A new arena in the economic conflict between Russia and the West emerges

The economic confrontation between Russia and the West has entered a dangerous new stage, according to a Non-Resident Scholar at the Carnegie Russia-Eurasian Center and Fellow of the Eastern European Center for International Affairs. Moscow has focused mainly on pressure on European energy markets, but after court rulings froze Russian assets in Europe, the Kremlin began creating a legal framework to temporarily nationalize foreign assets in the country. The author believes that the Russian government will take an individualized approach to all foreign interests, trying to provoke new divisions in the West while benefiting interest groups within Russia.

The Russian assets of two European energy companies, Finland’s Fortum and Germany’s Uniper, were recently placed under temporary control by Russian President Vladimir Putin’s decree. The Kremlin’s actions appear to have been provoked by federal executive authorities. A court in Leipzig dismissed the claims of the Russian state oil company Rosneft, which is headed by Putin’s longtime ally Igor Sechin. Germany’s decision in September to place its assets in Germany under the supervision of the National Energy Regulator partly led to Rosneft’s claims being dismissed.

New withdrawal rules for Western companies enacted last month are just part of Russia’s retaliatory strategy. Western companies can only sell their shares in projects with Russian partners at a 50% discount and must pay “voluntary donations” to Russian companies. War funds represent 5-10% of asset value. The siloviki, individuals with a background in the security services, police, or military, are the main driving force behind the growing nationalization movement in Russia. Among them are officials from the FSB, the Public Prosecutor’s Office, and Mr. Sechin.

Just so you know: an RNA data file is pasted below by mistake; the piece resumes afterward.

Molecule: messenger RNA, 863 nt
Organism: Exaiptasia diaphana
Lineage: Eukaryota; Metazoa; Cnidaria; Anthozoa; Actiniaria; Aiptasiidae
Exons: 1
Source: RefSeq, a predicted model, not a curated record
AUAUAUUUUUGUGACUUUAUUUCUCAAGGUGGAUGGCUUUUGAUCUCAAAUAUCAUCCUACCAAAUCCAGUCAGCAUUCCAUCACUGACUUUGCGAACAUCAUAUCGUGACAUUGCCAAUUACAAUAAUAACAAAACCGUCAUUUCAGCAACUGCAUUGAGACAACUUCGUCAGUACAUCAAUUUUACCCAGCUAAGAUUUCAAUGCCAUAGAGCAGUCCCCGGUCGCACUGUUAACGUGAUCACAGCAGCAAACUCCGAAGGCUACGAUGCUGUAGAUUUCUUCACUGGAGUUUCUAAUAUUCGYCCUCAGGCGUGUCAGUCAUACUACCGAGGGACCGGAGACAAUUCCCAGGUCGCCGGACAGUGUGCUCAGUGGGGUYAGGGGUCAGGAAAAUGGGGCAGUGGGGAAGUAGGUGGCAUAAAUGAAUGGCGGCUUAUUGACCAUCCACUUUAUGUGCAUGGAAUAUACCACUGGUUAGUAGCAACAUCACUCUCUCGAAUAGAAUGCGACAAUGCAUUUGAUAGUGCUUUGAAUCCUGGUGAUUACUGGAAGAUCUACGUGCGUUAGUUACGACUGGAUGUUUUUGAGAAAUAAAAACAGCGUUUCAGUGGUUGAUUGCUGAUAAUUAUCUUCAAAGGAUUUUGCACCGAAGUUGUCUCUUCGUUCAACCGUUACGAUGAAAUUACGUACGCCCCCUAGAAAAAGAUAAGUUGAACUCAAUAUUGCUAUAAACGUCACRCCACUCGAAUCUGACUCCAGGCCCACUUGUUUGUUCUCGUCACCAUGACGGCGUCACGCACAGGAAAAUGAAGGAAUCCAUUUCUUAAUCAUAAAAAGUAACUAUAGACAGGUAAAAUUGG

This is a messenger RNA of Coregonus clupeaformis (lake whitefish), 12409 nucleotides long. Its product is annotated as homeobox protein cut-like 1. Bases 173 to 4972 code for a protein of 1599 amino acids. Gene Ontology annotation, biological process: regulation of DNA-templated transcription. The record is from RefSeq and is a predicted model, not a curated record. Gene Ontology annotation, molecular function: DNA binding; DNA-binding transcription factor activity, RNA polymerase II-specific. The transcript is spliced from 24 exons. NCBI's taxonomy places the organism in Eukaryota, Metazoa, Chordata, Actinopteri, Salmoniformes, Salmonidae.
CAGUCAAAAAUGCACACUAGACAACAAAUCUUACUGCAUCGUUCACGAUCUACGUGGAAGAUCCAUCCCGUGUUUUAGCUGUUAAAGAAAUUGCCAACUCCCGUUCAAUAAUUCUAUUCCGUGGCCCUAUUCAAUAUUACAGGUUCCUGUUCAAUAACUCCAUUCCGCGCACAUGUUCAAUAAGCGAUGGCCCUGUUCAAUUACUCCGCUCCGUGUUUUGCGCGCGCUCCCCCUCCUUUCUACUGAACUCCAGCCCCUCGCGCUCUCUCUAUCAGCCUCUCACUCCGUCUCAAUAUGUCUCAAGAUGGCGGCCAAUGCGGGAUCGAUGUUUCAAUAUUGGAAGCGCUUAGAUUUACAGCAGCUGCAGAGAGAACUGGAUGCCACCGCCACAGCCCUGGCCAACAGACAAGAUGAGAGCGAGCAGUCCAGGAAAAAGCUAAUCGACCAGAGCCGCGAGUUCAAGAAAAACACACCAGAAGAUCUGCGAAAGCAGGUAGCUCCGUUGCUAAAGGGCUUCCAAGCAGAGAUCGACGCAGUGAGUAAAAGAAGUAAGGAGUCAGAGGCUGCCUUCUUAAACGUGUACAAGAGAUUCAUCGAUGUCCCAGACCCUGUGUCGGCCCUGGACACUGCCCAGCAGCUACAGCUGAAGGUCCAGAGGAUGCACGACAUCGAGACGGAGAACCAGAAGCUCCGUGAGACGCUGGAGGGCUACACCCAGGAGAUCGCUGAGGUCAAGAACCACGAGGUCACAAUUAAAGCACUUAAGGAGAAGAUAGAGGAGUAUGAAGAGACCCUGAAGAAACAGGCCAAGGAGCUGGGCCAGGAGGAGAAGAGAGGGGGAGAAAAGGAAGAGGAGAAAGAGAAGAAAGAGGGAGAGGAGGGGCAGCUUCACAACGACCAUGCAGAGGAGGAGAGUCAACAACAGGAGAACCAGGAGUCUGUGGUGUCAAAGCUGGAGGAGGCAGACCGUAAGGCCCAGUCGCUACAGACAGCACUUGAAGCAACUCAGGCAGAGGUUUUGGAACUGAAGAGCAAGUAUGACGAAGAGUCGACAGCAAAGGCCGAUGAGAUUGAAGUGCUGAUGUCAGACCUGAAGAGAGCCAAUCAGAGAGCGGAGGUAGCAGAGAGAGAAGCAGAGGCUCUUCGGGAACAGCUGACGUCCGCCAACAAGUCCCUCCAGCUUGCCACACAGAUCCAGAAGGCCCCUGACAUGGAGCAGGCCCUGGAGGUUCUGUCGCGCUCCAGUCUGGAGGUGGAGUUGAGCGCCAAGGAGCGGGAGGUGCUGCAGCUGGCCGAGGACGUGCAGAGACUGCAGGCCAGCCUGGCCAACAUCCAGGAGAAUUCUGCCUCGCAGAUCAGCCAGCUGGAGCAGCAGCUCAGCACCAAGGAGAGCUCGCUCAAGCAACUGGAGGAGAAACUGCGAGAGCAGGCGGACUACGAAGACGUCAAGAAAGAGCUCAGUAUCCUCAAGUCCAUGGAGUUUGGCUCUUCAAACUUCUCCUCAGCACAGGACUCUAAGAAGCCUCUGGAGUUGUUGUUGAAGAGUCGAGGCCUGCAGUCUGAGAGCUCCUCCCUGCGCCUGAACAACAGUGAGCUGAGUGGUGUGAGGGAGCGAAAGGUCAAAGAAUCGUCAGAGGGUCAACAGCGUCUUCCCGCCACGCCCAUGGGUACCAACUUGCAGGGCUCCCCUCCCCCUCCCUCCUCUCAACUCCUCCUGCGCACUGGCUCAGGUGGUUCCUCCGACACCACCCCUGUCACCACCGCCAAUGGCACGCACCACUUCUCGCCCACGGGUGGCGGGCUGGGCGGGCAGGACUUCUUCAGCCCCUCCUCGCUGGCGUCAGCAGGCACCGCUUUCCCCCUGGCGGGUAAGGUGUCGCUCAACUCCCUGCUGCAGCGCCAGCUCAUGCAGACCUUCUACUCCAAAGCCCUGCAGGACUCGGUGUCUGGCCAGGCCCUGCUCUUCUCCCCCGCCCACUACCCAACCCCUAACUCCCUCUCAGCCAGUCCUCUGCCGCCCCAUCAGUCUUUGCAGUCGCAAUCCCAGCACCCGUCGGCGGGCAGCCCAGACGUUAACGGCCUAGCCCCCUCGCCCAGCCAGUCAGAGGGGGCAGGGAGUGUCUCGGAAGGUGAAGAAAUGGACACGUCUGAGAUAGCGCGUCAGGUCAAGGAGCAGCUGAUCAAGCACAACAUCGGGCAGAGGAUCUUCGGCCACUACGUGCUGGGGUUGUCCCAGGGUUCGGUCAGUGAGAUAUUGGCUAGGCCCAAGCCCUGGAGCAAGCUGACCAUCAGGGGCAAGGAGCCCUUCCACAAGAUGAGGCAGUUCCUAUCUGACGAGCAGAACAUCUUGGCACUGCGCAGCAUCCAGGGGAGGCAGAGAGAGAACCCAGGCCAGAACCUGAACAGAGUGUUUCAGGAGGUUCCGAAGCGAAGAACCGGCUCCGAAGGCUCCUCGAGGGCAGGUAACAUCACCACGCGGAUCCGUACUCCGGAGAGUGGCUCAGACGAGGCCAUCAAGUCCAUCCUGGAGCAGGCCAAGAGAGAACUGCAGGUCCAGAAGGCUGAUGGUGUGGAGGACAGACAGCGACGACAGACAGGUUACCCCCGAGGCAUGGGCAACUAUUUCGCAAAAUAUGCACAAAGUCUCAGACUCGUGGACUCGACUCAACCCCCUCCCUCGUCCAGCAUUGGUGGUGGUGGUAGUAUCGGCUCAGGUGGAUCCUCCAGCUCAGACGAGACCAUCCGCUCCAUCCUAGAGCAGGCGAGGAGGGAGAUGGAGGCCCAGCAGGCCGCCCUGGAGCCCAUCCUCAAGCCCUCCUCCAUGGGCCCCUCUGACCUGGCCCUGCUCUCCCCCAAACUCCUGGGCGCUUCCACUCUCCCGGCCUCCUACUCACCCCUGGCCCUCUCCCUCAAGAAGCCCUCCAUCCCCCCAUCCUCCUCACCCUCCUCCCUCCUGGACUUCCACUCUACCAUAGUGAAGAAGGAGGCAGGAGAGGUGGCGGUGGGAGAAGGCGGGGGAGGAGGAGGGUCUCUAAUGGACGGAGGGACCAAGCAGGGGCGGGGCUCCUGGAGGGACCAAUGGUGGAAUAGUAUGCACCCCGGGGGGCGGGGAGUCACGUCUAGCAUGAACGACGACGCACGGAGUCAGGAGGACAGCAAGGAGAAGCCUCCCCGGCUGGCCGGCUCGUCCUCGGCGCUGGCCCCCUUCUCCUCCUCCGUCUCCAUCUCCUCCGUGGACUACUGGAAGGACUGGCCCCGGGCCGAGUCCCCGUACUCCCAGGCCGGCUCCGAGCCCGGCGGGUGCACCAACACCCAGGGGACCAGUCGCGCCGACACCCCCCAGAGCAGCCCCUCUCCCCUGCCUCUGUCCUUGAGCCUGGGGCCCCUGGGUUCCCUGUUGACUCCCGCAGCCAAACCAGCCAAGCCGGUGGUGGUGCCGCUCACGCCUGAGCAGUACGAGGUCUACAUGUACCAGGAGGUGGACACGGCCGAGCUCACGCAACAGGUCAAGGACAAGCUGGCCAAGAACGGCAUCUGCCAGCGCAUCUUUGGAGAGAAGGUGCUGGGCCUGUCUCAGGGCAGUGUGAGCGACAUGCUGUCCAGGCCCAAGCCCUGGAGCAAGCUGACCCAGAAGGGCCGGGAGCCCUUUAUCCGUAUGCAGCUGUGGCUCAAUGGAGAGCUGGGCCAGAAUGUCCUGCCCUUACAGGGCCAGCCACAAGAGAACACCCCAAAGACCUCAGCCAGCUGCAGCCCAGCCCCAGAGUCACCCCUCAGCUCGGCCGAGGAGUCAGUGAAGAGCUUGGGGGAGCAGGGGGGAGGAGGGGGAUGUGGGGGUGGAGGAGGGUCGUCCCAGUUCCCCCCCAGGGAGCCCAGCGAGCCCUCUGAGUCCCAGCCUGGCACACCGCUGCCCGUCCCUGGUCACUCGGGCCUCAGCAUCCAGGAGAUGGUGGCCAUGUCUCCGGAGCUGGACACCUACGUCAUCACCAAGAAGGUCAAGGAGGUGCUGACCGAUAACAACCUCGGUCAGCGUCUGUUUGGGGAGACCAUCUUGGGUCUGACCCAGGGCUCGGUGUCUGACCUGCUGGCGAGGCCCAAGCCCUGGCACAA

Putin’s decree gave the Federal Property Administration the right to control Western countries. Assets were hit by the need to shut down operations in Russia. The agency’s mandate is to evaluate these assets and sell them to Russian buyers. Recent actions on Fortum and Uniper assets are just a taste of what’s to come, and new legal mechanisms make it unlikely that the Kremlin will adopt a one-size-fits-all approach to foreign investors. Instead, it will sign individual contracts with investors depending on its connections in Russia.

Western companies may find themselves in a dead end, stuck between public pressure to cut ties with Russia, but being prohibited from selling stakes to most Russian companies due to sanctions. On the other hand, complying with the Russian government’s demands could lead to being branded as Putin’s war enabler and result in losing investments in Russia altogether. Neither Russia nor Europe currently has a comprehensive strategy on how to deal with stranded assets.

With the Kremlin imposing sanctions and looking for ways to punish Europe for supporting Ukraine, relations with Russia are likely to worsen. The desire of Putin’s entourage to seize Western assets in Russia would add to the tension.

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